If you click the video above (which will start at 4:55), you will see it compared side by side to the IBIS on the Sony a7iii. The difference is hugely in favor of the Fujifilm X-H1. Actually it’s that bad on the Sony a7III, that one might think IBIS was disabled.
On the Sony IBIS side, things do not really get better with the smaller Sony A6600.
“in some cases tuning on IBIS on Sony A6600 almost gives as shaky results as with IBIS turned OFF“.
Don’t get me wrong, Sony is great and we are all lucky to have such a wonderful camera manufacturer on the market. They deserve all the success they have, and in some areas they lead the pack (eye-aufofocus).
But sometimes, like IBIS and weather sealing (as reported here), one could get the impression Sony wants to put those specs on paper as a selling point, but they don’t really put all the R&D necessary to make them work at their best.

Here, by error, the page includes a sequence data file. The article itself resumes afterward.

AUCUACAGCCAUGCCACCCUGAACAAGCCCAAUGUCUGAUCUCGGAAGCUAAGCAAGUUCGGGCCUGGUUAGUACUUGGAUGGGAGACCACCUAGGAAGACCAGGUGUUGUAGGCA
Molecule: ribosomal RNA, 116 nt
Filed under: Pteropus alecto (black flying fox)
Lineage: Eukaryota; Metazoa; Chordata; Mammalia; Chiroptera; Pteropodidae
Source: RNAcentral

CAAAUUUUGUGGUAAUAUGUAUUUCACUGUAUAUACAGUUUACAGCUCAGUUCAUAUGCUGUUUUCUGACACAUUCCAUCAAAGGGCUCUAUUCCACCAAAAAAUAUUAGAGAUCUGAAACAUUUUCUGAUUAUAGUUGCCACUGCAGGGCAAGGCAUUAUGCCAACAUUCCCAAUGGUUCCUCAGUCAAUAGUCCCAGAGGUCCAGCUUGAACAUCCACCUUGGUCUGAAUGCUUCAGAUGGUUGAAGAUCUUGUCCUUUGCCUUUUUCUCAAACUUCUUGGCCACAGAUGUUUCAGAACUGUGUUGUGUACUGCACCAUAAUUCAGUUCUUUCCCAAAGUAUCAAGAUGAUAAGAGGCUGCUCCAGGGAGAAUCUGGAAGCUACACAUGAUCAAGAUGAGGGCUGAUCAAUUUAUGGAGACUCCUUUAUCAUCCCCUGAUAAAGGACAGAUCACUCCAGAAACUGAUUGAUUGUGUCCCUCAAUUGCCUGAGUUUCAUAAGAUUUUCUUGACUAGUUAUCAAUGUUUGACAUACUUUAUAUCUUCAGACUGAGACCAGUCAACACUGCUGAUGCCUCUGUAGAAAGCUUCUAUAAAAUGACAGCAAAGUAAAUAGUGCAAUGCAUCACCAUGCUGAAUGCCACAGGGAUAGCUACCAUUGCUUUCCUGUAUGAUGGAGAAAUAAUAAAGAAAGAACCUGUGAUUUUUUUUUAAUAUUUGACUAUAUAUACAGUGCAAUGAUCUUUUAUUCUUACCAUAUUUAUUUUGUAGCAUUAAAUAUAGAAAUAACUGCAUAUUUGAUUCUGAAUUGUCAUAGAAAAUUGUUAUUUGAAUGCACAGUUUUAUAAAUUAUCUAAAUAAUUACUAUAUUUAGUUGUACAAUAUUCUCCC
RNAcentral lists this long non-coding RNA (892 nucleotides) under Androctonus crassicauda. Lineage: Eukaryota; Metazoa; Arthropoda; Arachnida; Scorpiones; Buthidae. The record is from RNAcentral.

Not sure if Fujifilm should do the same, meaning don’t care much about how well the IBIS on their smaller X-T prototypes currently works, and just release an X-T4 or X-T40 with IBIS as soon as possible.
At the end of the day it will show up on the specs sheets, and hence become a selling point, no matter how well or not it works.
Or maybe Fujifilm should remain obsessed by how well their stuff actually works, and just wait until their smaller IBIS unit works properly.
Fujifilm X-H1, Still Worth Buying?
So, is the Fujifilm X-H1 still worth buying?
Well, now that you can get it with vertical grip and 2 additional batteries for $999 only, there can be only 1 possible answer: I don’t know, it’s up to you! :)
But if your answer is “yes”, then you have on big problem: the Fujifilm X-H1 is back-ordered on many stores, so good luck finding one.